Economic times being what they are and our hoped-for recovery taking its own sweet time has people looking longingly back at "the good old days." I guess I'm no exception. This week I received a cookbook from the history society in the county where I grew up. It was a wonderful read, full of stories and recipes from families that shared a common history with my own.
Thinking of poverty in the US and around the world, the needs of those in areas that have been devastated by natural disasters or even disasters of our own making, inspires me to try to do more with less. I want to save and to give. I hope to brighten my own corner of this weary world.
Even as we continue to face economic challenges in this country, partisan discourse seems to have taken a turn for the worse. Turning on a television or radio seems to invite a stream of name-calling and accusation against either the left or the right into the middle of my daily routine. I'm not too sure I fall neatly on either side and end up feeling offended by both. I retreat to my study of beans and raisins and try to hold my tongue while looking for some peace with the world.
Reading my home county's history society cookbook with stories and food lore from decades past lends me a sense of that peace. The stories told are of men and women working hard to grow a business, run a farm, build a church, feed a family and to make ends meet. Meanwhile it seems they were not too busy to share a little something of themselves and their experiences.
Interestingly those stories tend to be tales of success rather than woe. In retrospect many sad stories have a silver lining. These people learned from their struggles and took lessons from hard times into the future.
Reading up on the history of my hometown I was reacquainted with Virginia who shares a story from her childhood where the family tried to add a leaf to their table for unexpected guests and the table ended up collapsing in the middle. Instead of crying over the disaster they retrieved what they could and shared it with their guests forever remembering with a smile the time they "spread their welcome too far and were thankful to do it."
If you need to cook fish for sixty you might want to read about Al's recipe for Fried Fish and fixins. He had learned to cook fish when the church needed repairs but the budget fell short of providing for them. He and some of the men at the church decided to put on an old fashioned Fish Fry to raise the money needed to complete the repairs. The event was so popular that they made it a regular fundraiser to provide for various church projects.
Or listen to Ruth tell you about the Great Depression when almost every farmer in the county grew acres of potatoes. These fields were harvested as a community affair, with children as young as eight or ten pitching in. People used what they had and ate those potatoes with every meal. She adds, "Times were tough, but I think that made us tougher" as she offers a recipe for German Potato Salad, a recipe she got from her husband's mother; one that had been passed down through the generations.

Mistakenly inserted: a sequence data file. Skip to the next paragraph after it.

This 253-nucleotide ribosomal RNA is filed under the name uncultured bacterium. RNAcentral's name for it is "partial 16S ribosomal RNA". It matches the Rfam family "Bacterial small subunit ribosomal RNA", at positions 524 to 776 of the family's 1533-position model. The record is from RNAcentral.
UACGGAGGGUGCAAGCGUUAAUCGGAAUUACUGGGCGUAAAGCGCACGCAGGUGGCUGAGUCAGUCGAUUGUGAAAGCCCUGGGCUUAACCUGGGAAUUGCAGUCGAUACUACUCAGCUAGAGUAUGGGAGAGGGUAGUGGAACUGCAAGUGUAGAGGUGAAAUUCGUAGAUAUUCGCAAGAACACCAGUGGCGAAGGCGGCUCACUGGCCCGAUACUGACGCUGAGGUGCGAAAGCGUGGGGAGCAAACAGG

The stories and recipes are interspersed with photographs, with people from times past standing in fields, lined up in front of churches or school buildings or around picnic tables, smiling. Their words offer a fond reminder of how they managed to make do with what they had, stretch it to do a little bit more and and still forged happy memories with family and friends in the process.
Hot German Potato Salad
2 – 3 pounds small potatoes (I used Yukon Gold)
1½ teaspoons flour
4 teaspoons sugar
1 teaspoon salt
¼ teaspoon pepper
¼ cup vinegar
½ cup water
½ cup diced bacon
¾ cup minced onion (I used Walla Walla Sweet Onion)
¼ cup fresh parsley, minced
1 teaspoon celery seed
1 teaspoon red pepper flakes (optional)
½ teaspoon ground red pepper (optional)
Cook the unpeeled potatoes, in a pot filled with one inch or so of boiling water, until just tender. Remove from heat and run under cold water until comfortable to handle. Peel away the skin and cut the potatoes into ½ inch slices.
While the potatoes are cooking, combine the flour, sugar, salt and pepper in a small bowl. Whisk in the vinegar and water until combined. Set aside.
Fry the diced bacon in a small skillet until crisp. Add ½ cup onion to the skillet and continue cooking until tender. Add the vinegar mixture and stir over low heat until it simmers and slightly thickens.
Pour the warm dressing over the warm potatoes. Add the parsley, celery seed and red pepper, if desired. Toss to combine.
Notes: The recipes for German Potato Salad in the cookbooks from my hometown usually include celery seed. Still, you might want to substitute a tablespoon of your favorite mustard for the celery seed and/or the red pepper I added. You could also substitute chopped chives for the parsley in the recipe if you prefer. I think it might also be nice to try using pepper bacon in the recipe.
Serve and enjoy!